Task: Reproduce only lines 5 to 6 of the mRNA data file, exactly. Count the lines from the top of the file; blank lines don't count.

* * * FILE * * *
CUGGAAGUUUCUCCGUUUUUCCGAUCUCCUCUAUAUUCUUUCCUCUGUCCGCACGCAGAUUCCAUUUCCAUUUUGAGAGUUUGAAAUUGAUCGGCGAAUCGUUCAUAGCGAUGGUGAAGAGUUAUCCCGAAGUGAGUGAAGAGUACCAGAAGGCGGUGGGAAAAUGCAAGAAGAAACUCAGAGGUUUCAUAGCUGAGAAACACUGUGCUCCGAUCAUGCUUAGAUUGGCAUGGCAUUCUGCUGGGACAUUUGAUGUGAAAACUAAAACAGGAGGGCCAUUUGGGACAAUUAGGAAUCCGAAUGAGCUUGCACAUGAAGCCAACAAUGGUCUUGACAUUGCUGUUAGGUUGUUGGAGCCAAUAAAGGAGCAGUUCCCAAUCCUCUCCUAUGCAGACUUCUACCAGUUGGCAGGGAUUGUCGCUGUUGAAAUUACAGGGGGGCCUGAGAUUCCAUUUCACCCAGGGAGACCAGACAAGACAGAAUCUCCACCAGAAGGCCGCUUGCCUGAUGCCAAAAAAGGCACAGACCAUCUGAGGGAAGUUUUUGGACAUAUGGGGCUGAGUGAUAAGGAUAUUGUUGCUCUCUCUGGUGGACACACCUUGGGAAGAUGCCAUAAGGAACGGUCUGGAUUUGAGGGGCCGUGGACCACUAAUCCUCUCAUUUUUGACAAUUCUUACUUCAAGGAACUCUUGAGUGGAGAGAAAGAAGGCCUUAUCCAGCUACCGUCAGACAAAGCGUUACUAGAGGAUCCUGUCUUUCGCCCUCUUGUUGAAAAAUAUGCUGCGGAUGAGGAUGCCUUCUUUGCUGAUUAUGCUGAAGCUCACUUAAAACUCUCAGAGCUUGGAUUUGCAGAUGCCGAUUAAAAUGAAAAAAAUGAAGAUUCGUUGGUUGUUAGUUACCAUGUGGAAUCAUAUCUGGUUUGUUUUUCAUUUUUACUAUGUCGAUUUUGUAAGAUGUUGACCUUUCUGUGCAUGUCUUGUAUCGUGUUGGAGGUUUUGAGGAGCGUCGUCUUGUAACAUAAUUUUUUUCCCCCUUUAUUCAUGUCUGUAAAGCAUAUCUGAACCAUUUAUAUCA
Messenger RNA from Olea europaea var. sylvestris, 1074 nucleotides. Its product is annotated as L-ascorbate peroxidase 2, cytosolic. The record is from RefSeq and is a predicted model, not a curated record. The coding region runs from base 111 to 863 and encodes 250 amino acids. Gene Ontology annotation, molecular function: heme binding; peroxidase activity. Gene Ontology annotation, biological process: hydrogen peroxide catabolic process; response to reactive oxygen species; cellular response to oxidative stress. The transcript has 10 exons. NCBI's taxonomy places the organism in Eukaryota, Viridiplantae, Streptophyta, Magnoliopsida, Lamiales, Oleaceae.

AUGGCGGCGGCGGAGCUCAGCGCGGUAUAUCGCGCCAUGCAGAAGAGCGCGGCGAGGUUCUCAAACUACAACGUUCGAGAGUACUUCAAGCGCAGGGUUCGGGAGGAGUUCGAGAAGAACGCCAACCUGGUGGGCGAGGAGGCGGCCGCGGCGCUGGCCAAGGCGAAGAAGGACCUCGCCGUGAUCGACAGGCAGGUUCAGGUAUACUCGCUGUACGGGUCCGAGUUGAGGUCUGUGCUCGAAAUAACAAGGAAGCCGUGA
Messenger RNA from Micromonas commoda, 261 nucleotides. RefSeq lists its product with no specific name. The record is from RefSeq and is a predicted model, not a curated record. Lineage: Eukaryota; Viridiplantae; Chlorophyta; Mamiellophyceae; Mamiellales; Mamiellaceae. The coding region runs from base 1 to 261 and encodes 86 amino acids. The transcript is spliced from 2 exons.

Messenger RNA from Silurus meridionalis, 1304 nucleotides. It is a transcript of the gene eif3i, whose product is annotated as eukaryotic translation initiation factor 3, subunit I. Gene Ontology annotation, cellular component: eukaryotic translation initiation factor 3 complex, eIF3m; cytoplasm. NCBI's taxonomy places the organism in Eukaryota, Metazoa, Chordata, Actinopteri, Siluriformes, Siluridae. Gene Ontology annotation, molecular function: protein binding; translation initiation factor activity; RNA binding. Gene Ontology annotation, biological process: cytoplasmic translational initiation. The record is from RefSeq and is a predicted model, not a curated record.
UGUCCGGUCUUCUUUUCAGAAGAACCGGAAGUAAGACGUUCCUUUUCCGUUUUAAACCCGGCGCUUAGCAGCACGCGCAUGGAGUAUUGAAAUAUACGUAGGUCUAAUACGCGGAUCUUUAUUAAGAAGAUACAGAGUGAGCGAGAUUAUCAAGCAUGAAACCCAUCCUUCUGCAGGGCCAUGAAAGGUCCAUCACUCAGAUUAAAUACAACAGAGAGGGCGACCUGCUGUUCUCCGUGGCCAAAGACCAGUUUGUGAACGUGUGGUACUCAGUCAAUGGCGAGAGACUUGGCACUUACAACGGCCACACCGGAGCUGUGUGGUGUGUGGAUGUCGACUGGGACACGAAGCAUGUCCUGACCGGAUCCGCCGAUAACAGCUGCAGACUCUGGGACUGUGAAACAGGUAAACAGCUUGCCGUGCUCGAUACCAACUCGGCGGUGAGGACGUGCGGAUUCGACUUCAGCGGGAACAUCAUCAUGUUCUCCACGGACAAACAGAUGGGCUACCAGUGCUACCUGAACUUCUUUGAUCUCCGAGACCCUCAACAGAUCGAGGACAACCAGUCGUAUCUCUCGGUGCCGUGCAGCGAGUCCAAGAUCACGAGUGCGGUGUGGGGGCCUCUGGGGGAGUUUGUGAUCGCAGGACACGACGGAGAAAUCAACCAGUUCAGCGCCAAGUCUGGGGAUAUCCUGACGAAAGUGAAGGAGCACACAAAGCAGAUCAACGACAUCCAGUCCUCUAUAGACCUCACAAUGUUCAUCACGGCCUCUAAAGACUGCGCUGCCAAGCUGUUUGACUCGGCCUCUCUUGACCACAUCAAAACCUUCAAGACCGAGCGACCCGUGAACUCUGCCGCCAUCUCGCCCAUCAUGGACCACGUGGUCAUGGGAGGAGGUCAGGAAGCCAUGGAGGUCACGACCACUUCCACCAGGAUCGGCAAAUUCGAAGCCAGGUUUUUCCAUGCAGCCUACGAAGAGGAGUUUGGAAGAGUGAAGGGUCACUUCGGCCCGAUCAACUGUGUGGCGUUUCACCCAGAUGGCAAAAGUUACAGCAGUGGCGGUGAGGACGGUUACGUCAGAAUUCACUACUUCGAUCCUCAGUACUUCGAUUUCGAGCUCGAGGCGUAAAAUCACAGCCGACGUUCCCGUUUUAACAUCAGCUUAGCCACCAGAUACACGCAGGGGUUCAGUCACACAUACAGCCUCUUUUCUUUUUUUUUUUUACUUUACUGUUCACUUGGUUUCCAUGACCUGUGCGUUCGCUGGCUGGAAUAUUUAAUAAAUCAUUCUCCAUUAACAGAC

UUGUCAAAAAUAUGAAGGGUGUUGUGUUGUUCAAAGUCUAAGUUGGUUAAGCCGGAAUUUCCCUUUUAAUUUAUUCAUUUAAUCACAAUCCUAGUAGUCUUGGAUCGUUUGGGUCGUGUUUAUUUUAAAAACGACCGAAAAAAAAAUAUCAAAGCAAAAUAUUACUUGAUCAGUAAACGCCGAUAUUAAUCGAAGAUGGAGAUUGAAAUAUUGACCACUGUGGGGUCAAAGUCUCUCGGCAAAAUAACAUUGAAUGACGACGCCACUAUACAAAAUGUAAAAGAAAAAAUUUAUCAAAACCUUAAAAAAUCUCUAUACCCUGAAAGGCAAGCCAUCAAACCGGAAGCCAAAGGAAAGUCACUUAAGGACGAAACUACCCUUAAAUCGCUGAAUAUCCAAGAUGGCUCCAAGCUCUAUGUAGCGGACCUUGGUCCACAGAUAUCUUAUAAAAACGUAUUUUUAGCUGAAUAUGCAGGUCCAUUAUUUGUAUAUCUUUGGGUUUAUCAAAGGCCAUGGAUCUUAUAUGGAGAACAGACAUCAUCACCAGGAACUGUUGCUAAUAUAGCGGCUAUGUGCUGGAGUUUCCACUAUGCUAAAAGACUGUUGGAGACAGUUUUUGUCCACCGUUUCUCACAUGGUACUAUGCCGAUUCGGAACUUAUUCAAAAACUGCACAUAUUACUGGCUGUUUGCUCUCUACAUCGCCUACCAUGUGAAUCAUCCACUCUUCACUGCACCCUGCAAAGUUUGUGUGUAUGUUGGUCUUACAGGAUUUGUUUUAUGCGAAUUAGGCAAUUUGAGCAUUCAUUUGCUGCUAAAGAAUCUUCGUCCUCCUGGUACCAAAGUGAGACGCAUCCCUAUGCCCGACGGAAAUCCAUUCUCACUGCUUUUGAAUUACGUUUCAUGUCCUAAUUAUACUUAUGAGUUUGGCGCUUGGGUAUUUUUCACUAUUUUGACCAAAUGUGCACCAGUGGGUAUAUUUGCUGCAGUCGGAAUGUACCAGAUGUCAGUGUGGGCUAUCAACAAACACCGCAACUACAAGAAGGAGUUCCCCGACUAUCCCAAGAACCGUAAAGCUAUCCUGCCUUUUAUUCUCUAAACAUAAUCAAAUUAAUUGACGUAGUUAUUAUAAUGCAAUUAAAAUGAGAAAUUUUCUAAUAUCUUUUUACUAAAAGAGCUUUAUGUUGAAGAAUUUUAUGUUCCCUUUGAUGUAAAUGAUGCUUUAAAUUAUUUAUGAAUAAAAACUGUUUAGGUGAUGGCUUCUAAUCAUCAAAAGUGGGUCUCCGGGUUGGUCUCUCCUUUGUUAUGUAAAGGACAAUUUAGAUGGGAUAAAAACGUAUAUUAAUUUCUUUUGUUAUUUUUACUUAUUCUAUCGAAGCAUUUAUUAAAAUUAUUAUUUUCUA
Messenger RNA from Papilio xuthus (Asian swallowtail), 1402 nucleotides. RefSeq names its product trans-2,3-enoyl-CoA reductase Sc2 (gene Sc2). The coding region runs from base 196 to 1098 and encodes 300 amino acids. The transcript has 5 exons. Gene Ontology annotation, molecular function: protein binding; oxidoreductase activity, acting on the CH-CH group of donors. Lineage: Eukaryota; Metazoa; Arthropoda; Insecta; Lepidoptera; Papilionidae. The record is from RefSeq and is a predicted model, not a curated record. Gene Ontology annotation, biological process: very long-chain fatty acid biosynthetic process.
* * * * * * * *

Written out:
Messenger RNA from Silurus meridionalis, 1304 nucleotides. It is a transcript of the gene eif3i, whose product is annotated as eukaryotic translation initiation factor 3, subunit I. Gene Ontology annotation, cellular component: eukaryotic translation initiation factor 3 complex, eIF3m; cytoplasm. NCBI's taxonomy places the organism in Eukaryota, Metazoa, Chordata, Actinopteri, Siluriformes, Siluridae. Gene Ontology annotation, molecular function: protein binding; translation initiation factor activity; RNA binding. Gene Ontology annotation, biological process: cytoplasmic translational initiation. The record is from RefSeq and is a predicted model, not a curated record.
UGUCCGGUCUUCUUUUCAGAAGAACCGGAAGUAAGACGUUCCUUUUCCGUUUUAAACCCGGCGCUUAGCAGCACGCGCAUGGAGUAUUGAAAUAUACGUAGGUCUAAUACGCGGAUCUUUAUUAAGAAGAUACAGAGUGAGCGAGAUUAUCAAGCAUGAAACCCAUCCUUCUGCAGGGCCAUGAAAGGUCCAUCACUCAGAUUAAAUACAACAGAGAGGGCGACCUGCUGUUCUCCGUGGCCAAAGACCAGUUUGUGAACGUGUGGUACUCAGUCAAUGGCGAGAGACUUGGCACUUACAACGGCCACACCGGAGCUGUGUGGUGUGUGGAUGUCGACUGGGACACGAAGCAUGUCCUGACCGGAUCCGCCGAUAACAGCUGCAGACUCUGGGACUGUGAAACAGGUAAACAGCUUGCCGUGCUCGAUACCAACUCGGCGGUGAGGACGUGCGGAUUCGACUUCAGCGGGAACAUCAUCAUGUUCUCCACGGACAAACAGAUGGGCUACCAGUGCUACCUGAACUUCUUUGAUCUCCGAGACCCUCAACAGAUCGAGGACAACCAGUCGUAUCUCUCGGUGCCGUGCAGCGAGUCCAAGAUCACGAGUGCGGUGUGGGGGCCUCUGGGGGAGUUUGUGAUCGCAGGACACGACGGAGAAAUCAACCAGUUCAGCGCCAAGUCUGGGGAUAUCCUGACGAAAGUGAAGGAGCACACAAAGCAGAUCAACGACAUCCAGUCCUCUAUAGACCUCACAAUGUUCAUCACGGCCUCUAAAGACUGCGCUGCCAAGCUGUUUGACUCGGCCUCUCUUGACCACAUCAAAACCUUCAAGACCGAGCGACCCGUGAACUCUGCCGCCAUCUCGCCCAUCAUGGACCACGUGGUCAUGGGAGGAGGUCAGGAAGCCAUGGAGGUCACGACCACUUCCACCAGGAUCGGCAAAUUCGAAGCCAGGUUUUUCCAUGCAGCCUACGAAGAGGAGUUUGGAAGAGUGAAGGGUCACUUCGGCCCGAUCAACUGUGUGGCGUUUCACCCAGAUGGCAAAAGUUACAGCAGUGGCGGUGAGGACGGUUACGUCAGAAUUCACUACUUCGAUCCUCAGUACUUCGAUUUCGAGCUCGAGGCGUAAAAUCACAGCCGACGUUCCCGUUUUAACAUCAGCUUAGCCACCAGAUACACGCAGGGGUUCAGUCACACAUACAGCCUCUUUUCUUUUUUUUUUUUACUUUACUGUUCACUUGGUUUCCAUGACCUGUGCGUUCGCUGGCUGGAAUAUUUAAUAAAUCAUUCUCCAUUAACAGAC